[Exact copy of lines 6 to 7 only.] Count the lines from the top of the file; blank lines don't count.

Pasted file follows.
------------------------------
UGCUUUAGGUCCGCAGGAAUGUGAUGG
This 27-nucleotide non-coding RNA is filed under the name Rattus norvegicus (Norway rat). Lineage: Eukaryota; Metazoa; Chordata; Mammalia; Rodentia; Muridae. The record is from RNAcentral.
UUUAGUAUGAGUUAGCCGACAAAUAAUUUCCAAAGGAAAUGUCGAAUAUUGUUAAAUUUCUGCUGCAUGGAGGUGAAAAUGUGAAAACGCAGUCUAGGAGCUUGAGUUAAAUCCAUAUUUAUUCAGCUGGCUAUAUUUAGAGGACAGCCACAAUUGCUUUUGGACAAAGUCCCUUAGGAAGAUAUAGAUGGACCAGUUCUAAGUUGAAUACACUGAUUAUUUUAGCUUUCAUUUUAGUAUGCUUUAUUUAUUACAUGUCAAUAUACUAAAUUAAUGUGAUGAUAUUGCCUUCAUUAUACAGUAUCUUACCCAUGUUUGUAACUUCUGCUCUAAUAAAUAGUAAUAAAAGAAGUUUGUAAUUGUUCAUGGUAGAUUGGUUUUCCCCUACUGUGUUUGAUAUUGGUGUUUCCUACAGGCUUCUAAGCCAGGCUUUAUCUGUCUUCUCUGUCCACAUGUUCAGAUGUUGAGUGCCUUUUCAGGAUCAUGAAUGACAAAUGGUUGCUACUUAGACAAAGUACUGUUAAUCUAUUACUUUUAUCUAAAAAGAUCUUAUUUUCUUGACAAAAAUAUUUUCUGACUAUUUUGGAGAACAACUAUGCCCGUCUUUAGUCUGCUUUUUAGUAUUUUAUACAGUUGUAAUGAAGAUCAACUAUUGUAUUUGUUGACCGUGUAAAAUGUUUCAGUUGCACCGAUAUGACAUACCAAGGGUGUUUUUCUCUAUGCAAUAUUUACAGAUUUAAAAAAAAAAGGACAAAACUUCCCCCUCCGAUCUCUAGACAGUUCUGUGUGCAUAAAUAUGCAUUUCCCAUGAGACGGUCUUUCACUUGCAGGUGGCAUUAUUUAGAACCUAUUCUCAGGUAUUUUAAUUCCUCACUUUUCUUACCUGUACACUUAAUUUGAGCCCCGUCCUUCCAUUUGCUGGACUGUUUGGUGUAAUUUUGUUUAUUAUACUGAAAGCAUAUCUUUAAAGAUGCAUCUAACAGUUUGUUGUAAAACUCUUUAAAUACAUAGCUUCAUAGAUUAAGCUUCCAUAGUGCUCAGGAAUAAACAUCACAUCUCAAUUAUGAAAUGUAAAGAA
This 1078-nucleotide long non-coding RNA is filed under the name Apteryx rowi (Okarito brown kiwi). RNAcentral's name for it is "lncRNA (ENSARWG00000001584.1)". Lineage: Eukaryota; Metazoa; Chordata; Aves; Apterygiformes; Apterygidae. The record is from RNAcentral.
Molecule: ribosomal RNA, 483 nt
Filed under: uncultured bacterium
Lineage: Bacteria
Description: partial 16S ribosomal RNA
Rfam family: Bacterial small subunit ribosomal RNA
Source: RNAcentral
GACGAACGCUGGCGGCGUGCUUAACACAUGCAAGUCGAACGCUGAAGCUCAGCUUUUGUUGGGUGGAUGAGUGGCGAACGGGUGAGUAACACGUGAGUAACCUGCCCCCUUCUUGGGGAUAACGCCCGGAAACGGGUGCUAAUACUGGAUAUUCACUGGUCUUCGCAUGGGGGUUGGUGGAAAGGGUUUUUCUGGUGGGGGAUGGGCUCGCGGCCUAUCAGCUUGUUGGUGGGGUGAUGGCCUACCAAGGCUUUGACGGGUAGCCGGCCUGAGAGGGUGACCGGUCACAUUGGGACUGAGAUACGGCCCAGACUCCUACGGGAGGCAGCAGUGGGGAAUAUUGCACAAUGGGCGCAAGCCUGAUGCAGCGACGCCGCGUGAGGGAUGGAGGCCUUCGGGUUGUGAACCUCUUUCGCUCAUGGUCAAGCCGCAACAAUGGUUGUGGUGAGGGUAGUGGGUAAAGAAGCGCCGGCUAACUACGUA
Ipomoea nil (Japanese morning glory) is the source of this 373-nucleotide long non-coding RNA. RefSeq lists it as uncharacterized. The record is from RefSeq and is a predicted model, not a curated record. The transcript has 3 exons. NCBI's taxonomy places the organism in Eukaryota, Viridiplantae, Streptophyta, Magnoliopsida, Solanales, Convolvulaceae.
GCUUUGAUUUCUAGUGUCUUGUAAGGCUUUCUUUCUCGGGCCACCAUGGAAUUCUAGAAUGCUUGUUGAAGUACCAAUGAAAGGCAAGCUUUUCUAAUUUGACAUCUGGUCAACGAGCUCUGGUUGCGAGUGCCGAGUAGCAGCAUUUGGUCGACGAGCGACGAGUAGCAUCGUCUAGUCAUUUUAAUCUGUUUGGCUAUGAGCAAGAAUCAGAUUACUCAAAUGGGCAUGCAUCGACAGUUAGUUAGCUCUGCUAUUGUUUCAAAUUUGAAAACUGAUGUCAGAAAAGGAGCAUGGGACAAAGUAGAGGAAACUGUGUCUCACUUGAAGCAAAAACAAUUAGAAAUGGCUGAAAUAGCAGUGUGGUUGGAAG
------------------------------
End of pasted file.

Filed under: uncultured bacterium
Lineage: Bacteria